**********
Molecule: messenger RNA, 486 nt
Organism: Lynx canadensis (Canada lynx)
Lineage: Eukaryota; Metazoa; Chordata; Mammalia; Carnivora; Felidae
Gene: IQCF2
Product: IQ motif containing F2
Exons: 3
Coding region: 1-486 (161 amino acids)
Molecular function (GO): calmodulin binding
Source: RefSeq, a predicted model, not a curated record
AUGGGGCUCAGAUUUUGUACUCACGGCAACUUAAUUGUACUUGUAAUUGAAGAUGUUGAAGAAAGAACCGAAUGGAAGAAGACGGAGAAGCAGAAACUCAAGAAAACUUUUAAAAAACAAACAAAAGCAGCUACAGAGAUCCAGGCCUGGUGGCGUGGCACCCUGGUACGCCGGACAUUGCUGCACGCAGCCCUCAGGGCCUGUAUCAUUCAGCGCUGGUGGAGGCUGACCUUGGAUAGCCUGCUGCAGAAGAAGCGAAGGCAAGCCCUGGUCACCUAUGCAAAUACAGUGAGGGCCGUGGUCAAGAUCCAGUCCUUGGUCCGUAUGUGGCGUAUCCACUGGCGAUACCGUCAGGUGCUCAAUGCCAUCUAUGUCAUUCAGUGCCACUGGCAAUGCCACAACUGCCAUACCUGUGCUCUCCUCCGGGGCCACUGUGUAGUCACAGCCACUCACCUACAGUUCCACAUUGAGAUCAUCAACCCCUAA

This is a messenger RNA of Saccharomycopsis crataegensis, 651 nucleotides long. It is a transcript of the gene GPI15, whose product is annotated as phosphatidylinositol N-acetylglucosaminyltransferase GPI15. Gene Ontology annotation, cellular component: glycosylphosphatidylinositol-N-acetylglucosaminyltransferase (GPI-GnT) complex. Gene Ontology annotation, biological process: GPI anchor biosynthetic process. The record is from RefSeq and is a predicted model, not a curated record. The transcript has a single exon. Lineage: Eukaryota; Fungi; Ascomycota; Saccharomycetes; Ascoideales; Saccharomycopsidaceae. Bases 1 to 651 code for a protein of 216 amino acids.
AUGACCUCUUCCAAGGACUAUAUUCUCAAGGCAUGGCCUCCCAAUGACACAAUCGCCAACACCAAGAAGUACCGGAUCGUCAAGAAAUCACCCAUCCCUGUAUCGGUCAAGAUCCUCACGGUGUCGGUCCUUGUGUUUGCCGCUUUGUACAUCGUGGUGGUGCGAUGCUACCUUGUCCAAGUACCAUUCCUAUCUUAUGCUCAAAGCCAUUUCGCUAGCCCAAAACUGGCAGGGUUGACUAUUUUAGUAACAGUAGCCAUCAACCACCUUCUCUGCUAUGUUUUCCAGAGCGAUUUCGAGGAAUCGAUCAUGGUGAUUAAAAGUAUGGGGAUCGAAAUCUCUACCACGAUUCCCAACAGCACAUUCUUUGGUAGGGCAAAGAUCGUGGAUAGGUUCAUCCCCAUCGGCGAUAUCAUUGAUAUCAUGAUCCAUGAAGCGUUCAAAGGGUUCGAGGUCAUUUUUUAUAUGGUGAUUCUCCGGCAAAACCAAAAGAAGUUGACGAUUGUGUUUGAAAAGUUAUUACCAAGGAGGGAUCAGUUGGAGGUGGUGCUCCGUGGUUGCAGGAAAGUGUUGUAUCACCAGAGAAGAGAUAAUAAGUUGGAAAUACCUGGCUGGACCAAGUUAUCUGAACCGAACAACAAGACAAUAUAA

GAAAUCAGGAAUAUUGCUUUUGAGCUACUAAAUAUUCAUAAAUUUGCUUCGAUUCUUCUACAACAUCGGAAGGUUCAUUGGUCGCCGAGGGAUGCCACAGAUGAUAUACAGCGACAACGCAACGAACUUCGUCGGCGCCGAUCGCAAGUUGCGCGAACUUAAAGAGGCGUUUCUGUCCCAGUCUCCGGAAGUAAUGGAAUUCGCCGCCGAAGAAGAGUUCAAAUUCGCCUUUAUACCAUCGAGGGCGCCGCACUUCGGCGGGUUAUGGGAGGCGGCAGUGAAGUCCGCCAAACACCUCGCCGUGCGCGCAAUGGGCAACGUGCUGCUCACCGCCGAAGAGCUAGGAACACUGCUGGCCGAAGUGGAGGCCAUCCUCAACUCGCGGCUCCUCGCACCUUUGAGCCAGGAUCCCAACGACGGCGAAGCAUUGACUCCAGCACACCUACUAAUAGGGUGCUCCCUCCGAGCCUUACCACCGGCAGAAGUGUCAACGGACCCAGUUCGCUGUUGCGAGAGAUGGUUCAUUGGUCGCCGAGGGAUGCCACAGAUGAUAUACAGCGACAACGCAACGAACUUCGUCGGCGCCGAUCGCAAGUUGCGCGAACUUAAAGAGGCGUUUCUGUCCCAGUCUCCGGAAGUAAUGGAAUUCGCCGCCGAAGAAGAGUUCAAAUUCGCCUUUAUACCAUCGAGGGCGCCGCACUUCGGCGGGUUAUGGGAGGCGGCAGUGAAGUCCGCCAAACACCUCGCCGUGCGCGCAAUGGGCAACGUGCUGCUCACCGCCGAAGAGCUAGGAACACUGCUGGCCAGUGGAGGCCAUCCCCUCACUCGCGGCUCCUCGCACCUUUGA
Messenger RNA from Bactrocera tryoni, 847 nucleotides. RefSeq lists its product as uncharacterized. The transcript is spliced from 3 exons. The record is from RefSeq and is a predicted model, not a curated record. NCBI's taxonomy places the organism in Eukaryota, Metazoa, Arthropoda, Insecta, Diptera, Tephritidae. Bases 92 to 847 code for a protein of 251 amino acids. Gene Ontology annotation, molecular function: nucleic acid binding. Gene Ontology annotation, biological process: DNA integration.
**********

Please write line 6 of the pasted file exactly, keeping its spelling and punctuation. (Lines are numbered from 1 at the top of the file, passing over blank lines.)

Exons: 3